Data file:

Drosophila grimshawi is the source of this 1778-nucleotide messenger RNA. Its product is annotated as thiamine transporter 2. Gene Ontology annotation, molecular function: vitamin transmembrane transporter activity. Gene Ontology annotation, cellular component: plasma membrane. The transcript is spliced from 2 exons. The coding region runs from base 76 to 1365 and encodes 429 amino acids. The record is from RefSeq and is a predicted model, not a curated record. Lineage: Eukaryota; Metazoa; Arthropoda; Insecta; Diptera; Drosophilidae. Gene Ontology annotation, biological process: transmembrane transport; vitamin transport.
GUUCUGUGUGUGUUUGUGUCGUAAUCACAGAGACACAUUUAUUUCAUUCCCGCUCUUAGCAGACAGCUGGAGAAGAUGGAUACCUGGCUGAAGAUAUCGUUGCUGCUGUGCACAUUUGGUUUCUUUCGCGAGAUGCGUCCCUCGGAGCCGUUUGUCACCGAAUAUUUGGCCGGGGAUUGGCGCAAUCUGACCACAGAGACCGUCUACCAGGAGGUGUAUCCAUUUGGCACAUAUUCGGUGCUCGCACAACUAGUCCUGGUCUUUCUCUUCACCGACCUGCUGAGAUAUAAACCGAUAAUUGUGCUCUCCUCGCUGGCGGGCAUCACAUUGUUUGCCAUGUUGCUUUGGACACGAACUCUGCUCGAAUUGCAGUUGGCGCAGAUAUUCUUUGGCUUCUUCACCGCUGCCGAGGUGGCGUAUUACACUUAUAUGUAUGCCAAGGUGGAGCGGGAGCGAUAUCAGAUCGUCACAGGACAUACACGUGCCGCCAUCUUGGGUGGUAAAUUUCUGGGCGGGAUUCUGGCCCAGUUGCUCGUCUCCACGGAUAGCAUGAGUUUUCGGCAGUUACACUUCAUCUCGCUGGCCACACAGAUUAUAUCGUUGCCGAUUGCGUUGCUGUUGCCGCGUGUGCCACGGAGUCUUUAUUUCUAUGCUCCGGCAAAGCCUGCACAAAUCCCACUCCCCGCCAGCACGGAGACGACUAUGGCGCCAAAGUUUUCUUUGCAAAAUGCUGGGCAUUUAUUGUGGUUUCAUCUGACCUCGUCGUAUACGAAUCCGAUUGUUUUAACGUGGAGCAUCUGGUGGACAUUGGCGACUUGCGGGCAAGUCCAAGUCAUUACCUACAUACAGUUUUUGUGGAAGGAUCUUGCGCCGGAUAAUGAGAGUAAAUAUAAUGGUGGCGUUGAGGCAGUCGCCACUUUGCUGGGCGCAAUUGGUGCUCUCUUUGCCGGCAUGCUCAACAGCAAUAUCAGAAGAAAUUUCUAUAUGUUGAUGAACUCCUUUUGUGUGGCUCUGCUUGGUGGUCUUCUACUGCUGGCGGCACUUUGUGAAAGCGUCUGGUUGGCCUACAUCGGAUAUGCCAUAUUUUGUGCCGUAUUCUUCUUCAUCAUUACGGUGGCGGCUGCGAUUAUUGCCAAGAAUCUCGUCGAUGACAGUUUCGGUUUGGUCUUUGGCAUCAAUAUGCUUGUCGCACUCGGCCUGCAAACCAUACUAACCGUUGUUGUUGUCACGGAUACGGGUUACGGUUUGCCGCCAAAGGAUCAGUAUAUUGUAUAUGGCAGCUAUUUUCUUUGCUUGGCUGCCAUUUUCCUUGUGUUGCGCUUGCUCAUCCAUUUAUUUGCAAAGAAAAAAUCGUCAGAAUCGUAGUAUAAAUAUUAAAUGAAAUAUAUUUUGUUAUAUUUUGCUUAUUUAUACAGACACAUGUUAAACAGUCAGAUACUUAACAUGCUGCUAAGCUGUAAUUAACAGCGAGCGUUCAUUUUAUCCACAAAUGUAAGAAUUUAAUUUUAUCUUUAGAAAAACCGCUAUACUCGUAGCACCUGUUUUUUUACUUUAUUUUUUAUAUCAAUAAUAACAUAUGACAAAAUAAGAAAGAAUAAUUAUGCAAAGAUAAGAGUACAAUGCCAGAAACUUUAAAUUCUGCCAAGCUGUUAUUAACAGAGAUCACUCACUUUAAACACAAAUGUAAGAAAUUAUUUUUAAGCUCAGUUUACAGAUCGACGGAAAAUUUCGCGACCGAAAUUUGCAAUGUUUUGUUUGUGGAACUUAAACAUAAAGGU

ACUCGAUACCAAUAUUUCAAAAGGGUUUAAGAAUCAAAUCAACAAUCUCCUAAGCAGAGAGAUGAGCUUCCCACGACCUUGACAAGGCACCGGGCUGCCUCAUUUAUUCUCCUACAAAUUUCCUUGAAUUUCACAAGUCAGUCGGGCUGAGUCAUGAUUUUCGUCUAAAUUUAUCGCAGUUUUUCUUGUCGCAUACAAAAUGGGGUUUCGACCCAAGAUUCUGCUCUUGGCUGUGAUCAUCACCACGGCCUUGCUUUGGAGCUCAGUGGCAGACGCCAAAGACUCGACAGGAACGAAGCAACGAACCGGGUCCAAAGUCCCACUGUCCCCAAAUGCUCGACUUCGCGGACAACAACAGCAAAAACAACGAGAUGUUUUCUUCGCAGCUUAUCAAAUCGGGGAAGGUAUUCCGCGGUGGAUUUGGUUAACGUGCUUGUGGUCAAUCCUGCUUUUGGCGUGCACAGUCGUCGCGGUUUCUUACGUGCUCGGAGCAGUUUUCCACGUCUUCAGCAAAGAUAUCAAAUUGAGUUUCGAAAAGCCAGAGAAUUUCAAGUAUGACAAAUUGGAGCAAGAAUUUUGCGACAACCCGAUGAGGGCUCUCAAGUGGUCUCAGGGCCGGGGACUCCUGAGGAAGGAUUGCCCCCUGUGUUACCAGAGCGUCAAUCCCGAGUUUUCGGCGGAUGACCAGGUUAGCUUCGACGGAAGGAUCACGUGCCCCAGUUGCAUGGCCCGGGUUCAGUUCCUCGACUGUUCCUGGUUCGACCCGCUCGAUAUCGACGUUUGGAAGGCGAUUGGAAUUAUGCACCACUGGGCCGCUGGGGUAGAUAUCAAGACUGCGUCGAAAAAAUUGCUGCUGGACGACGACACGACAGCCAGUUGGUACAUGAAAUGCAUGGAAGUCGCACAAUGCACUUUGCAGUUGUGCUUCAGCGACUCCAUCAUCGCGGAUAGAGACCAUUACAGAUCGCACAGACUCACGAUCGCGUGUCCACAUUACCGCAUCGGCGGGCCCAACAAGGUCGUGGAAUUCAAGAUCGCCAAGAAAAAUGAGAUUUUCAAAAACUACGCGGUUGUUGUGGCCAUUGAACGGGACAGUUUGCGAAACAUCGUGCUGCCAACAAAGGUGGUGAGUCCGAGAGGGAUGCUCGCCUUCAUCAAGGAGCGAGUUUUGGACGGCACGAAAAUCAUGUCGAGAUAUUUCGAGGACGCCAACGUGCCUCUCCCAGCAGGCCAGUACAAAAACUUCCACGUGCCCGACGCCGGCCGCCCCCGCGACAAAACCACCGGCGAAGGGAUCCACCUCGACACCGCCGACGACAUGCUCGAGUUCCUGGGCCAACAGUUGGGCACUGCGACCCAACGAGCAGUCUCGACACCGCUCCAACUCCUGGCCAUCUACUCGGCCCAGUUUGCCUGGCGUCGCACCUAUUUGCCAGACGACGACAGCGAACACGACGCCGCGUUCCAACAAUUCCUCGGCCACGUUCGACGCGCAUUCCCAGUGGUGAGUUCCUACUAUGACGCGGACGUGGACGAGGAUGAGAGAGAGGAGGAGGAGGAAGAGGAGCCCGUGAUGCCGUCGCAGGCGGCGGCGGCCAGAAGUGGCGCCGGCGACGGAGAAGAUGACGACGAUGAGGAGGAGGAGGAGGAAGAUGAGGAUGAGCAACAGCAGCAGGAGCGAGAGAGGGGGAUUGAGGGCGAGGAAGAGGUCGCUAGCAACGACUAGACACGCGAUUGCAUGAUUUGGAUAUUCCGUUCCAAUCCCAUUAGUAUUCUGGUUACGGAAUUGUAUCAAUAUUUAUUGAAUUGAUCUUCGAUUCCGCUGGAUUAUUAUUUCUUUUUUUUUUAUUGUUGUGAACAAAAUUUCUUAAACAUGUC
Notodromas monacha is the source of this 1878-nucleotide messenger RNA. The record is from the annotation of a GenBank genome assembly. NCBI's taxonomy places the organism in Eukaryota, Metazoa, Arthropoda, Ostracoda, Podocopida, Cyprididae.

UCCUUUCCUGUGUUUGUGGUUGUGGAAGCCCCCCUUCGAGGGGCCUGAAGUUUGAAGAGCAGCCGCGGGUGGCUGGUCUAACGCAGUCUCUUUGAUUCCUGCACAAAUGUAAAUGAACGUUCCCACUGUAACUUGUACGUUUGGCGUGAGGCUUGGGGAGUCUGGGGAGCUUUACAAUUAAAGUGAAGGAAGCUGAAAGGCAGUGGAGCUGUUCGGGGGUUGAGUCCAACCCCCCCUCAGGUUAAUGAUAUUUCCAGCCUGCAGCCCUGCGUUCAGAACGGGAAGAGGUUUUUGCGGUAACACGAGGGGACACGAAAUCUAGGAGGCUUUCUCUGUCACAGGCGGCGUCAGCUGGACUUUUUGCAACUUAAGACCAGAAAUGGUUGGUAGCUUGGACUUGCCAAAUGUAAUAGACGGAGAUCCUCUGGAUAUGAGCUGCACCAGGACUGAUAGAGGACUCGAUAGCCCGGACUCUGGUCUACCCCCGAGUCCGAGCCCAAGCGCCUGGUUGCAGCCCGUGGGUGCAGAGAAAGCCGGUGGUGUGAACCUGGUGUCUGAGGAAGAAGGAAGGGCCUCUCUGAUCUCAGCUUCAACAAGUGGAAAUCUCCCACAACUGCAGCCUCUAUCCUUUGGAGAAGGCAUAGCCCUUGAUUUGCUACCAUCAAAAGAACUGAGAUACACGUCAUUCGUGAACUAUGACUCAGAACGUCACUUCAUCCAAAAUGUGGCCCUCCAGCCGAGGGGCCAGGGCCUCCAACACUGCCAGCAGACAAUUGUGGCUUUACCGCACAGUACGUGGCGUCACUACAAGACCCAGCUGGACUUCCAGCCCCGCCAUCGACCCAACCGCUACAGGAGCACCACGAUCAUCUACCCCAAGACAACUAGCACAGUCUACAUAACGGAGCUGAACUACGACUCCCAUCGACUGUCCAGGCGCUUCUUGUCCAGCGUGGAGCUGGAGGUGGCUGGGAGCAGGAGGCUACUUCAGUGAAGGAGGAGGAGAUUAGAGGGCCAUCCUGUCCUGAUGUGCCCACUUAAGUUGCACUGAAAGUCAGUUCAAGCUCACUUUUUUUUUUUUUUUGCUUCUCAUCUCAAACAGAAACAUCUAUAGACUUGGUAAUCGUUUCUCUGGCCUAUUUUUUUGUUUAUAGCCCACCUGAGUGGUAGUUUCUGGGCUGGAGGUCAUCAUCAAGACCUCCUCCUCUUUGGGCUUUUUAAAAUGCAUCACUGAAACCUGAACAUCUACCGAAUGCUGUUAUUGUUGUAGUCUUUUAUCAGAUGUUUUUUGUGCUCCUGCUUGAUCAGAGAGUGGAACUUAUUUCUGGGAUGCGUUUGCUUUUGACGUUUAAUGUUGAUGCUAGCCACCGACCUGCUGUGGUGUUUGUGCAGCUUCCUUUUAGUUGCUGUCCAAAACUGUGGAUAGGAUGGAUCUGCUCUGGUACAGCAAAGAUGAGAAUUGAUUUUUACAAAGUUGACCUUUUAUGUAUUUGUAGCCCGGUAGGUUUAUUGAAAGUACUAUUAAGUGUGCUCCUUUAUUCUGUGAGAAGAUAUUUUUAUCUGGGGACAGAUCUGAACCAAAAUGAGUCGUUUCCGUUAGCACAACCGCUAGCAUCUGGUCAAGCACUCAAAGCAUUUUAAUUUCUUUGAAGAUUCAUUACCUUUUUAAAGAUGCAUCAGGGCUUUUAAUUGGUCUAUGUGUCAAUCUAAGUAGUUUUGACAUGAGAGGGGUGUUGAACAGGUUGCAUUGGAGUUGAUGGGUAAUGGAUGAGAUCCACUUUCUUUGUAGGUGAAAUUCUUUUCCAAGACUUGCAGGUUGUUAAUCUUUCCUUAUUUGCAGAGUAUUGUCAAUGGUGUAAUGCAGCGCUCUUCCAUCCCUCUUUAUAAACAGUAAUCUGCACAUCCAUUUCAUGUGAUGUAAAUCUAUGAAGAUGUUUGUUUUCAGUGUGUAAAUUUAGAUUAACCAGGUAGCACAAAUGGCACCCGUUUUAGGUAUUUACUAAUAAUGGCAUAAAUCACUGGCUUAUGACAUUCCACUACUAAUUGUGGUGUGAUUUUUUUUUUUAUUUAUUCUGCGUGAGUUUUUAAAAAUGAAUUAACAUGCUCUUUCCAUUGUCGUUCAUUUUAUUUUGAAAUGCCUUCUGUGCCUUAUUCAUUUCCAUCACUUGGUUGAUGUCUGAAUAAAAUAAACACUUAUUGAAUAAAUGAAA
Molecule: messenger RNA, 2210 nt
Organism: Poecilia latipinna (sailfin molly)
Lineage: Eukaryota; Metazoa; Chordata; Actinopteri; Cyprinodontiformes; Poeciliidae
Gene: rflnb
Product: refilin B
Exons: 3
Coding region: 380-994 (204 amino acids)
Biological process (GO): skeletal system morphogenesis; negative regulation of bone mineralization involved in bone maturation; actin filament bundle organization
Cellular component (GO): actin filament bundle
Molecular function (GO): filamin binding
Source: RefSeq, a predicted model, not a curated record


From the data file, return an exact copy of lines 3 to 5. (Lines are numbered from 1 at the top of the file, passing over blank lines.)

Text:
ACUCGAUACCAAUAUUUCAAAAGGGUUUAAGAAUCAAAUCAACAAUCUCCUAAGCAGAGAGAUGAGCUUCCCACGACCUUGACAAGGCACCGGGCUGCCUCAUUUAUUCUCCUACAAAUUUCCUUGAAUUUCACAAGUCAGUCGGGCUGAGUCAUGAUUUUCGUCUAAAUUUAUCGCAGUUUUUCUUGUCGCAUACAAAAUGGGGUUUCGACCCAAGAUUCUGCUCUUGGCUGUGAUCAUCACCACGGCCUUGCUUUGGAGCUCAGUGGCAGACGCCAAAGACUCGACAGGAACGAAGCAACGAACCGGGUCCAAAGUCCCACUGUCCCCAAAUGCUCGACUUCGCGGACAACAACAGCAAAAACAACGAGAUGUUUUCUUCGCAGCUUAUCAAAUCGGGGAAGGUAUUCCGCGGUGGAUUUGGUUAACGUGCUUGUGGUCAAUCCUGCUUUUGGCGUGCACAGUCGUCGCGGUUUCUUACGUGCUCGGAGCAGUUUUCCACGUCUUCAGCAAAGAUAUCAAAUUGAGUUUCGAAAAGCCAGAGAAUUUCAAGUAUGACAAAUUGGAGCAAGAAUUUUGCGACAACCCGAUGAGGGCUCUCAAGUGGUCUCAGGGCCGGGGACUCCUGAGGAAGGAUUGCCCCCUGUGUUACCAGAGCGUCAAUCCCGAGUUUUCGGCGGAUGACCAGGUUAGCUUCGACGGAAGGAUCACGUGCCCCAGUUGCAUGGCCCGGGUUCAGUUCCUCGACUGUUCCUGGUUCGACCCGCUCGAUAUCGACGUUUGGAAGGCGAUUGGAAUUAUGCACCACUGGGCCGCUGGGGUAGAUAUCAAGACUGCGUCGAAAAAAUUGCUGCUGGACGACGACACGACAGCCAGUUGGUACAUGAAAUGCAUGGAAGUCGCACAAUGCACUUUGCAGUUGUGCUUCAGCGACUCCAUCAUCGCGGAUAGAGACCAUUACAGAUCGCACAGACUCACGAUCGCGUGUCCACAUUACCGCAUCGGCGGGCCCAACAAGGUCGUGGAAUUCAAGAUCGCCAAGAAAAAUGAGAUUUUCAAAAACUACGCGGUUGUUGUGGCCAUUGAACGGGACAGUUUGCGAAACAUCGUGCUGCCAACAAAGGUGGUGAGUCCGAGAGGGAUGCUCGCCUUCAUCAAGGAGCGAGUUUUGGACGGCACGAAAAUCAUGUCGAGAUAUUUCGAGGACGCCAACGUGCCUCUCCCAGCAGGCCAGUACAAAAACUUCCACGUGCCCGACGCCGGCCGCCCCCGCGACAAAACCACCGGCGAAGGGAUCCACCUCGACACCGCCGACGACAUGCUCGAGUUCCUGGGCCAACAGUUGGGCACUGCGACCCAACGAGCAGUCUCGACACCGCUCCAACUCCUGGCCAUCUACUCGGCCCAGUUUGCCUGGCGUCGCACCUAUUUGCCAGACGACGACAGCGAACACGACGCCGCGUUCCAACAAUUCCUCGGCCACGUUCGACGCGCAUUCCCAGUGGUGAGUUCCUACUAUGACGCGGACGUGGACGAGGAUGAGAGAGAGGAGGAGGAGGAAGAGGAGCCCGUGAUGCCGUCGCAGGCGGCGGCGGCCAGAAGUGGCGCCGGCGACGGAGAAGAUGACGACGAUGAGGAGGAGGAGGAGGAAGAUGAGGAUGAGCAACAGCAGCAGGAGCGAGAGAGGGGGAUUGAGGGCGAGGAAGAGGUCGCUAGCAACGACUAGACACGCGAUUGCAUGAUUUGGAUAUUCCGUUCCAAUCCCAUUAGUAUUCUGGUUACGGAAUUGUAUCAAUAUUUAUUGAAUUGAUCUUCGAUUCCGCUGGAUUAUUAUUUCUUUUUUUUUUAUUGUUGUGAACAAAAUUUCUUAAACAUGUC
Notodromas monacha is the source of this 1878-nucleotide messenger RNA. The record is from the annotation of a GenBank genome assembly. NCBI's taxonomy places the organism in Eukaryota, Metazoa, Arthropoda, Ostracoda, Podocopida, Cyprididae.

UCCUUUCCUGUGUUUGUGGUUGUGGAAGCCCCCCUUCGAGGGGCCUGAAGUUUGAAGAGCAGCCGCGGGUGGCUGGUCUAACGCAGUCUCUUUGAUUCCUGCACAAAUGUAAAUGAACGUUCCCACUGUAACUUGUACGUUUGGCGUGAGGCUUGGGGAGUCUGGGGAGCUUUACAAUUAAAGUGAAGGAAGCUGAAAGGCAGUGGAGCUGUUCGGGGGUUGAGUCCAACCCCCCCUCAGGUUAAUGAUAUUUCCAGCCUGCAGCCCUGCGUUCAGAACGGGAAGAGGUUUUUGCGGUAACACGAGGGGACACGAAAUCUAGGAGGCUUUCUCUGUCACAGGCGGCGUCAGCUGGACUUUUUGCAACUUAAGACCAGAAAUGGUUGGUAGCUUGGACUUGCCAAAUGUAAUAGACGGAGAUCCUCUGGAUAUGAGCUGCACCAGGACUGAUAGAGGACUCGAUAGCCCGGACUCUGGUCUACCCCCGAGUCCGAGCCCAAGCGCCUGGUUGCAGCCCGUGGGUGCAGAGAAAGCCGGUGGUGUGAACCUGGUGUCUGAGGAAGAAGGAAGGGCCUCUCUGAUCUCAGCUUCAACAAGUGGAAAUCUCCCACAACUGCAGCCUCUAUCCUUUGGAGAAGGCAUAGCCCUUGAUUUGCUACCAUCAAAAGAACUGAGAUACACGUCAUUCGUGAACUAUGACUCAGAACGUCACUUCAUCCAAAAUGUGGCCCUCCAGCCGAGGGGCCAGGGCCUCCAACACUGCCAGCAGACAAUUGUGGCUUUACCGCACAGUACGUGGCGUCACUACAAGACCCAGCUGGACUUCCAGCCCCGCCAUCGACCCAACCGCUACAGGAGCACCACGAUCAUCUACCCCAAGACAACUAGCACAGUCUACAUAACGGAGCUGAACUACGACUCCCAUCGACUGUCCAGGCGCUUCUUGUCCAGCGUGGAGCUGGAGGUGGCUGGGAGCAGGAGGCUACUUCAGUGAAGGAGGAGGAGAUUAGAGGGCCAUCCUGUCCUGAUGUGCCCACUUAAGUUGCACUGAAAGUCAGUUCAAGCUCACUUUUUUUUUUUUUUUGCUUCUCAUCUCAAACAGAAACAUCUAUAGACUUGGUAAUCGUUUCUCUGGCCUAUUUUUUUGUUUAUAGCCCACCUGAGUGGUAGUUUCUGGGCUGGAGGUCAUCAUCAAGACCUCCUCCUCUUUGGGCUUUUUAAAAUGCAUCACUGAAACCUGAACAUCUACCGAAUGCUGUUAUUGUUGUAGUCUUUUAUCAGAUGUUUUUUGUGCUCCUGCUUGAUCAGAGAGUGGAACUUAUUUCUGGGAUGCGUUUGCUUUUGACGUUUAAUGUUGAUGCUAGCCACCGACCUGCUGUGGUGUUUGUGCAGCUUCCUUUUAGUUGCUGUCCAAAACUGUGGAUAGGAUGGAUCUGCUCUGGUACAGCAAAGAUGAGAAUUGAUUUUUACAAAGUUGACCUUUUAUGUAUUUGUAGCCCGGUAGGUUUAUUGAAAGUACUAUUAAGUGUGCUCCUUUAUUCUGUGAGAAGAUAUUUUUAUCUGGGGACAGAUCUGAACCAAAAUGAGUCGUUUCCGUUAGCACAACCGCUAGCAUCUGGUCAAGCACUCAAAGCAUUUUAAUUUCUUUGAAGAUUCAUUACCUUUUUAAAGAUGCAUCAGGGCUUUUAAUUGGUCUAUGUGUCAAUCUAAGUAGUUUUGACAUGAGAGGGGUGUUGAACAGGUUGCAUUGGAGUUGAUGGGUAAUGGAUGAGAUCCACUUUCUUUGUAGGUGAAAUUCUUUUCCAAGACUUGCAGGUUGUUAAUCUUUCCUUAUUUGCAGAGUAUUGUCAAUGGUGUAAUGCAGCGCUCUUCCAUCCCUCUUUAUAAACAGUAAUCUGCACAUCCAUUUCAUGUGAUGUAAAUCUAUGAAGAUGUUUGUUUUCAGUGUGUAAAUUUAGAUUAACCAGGUAGCACAAAUGGCACCCGUUUUAGGUAUUUACUAAUAAUGGCAUAAAUCACUGGCUUAUGACAUUCCACUACUAAUUGUGGUGUGAUUUUUUUUUUUAUUUAUUCUGCGUGAGUUUUUAAAAAUGAAUUAACAUGCUCUUUCCAUUGUCGUUCAUUUUAUUUUGAAAUGCCUUCUGUGCCUUAUUCAUUUCCAUCACUUGGUUGAUGUCUGAAUAAAAUAAACACUUAUUGAAUAAAUGAAA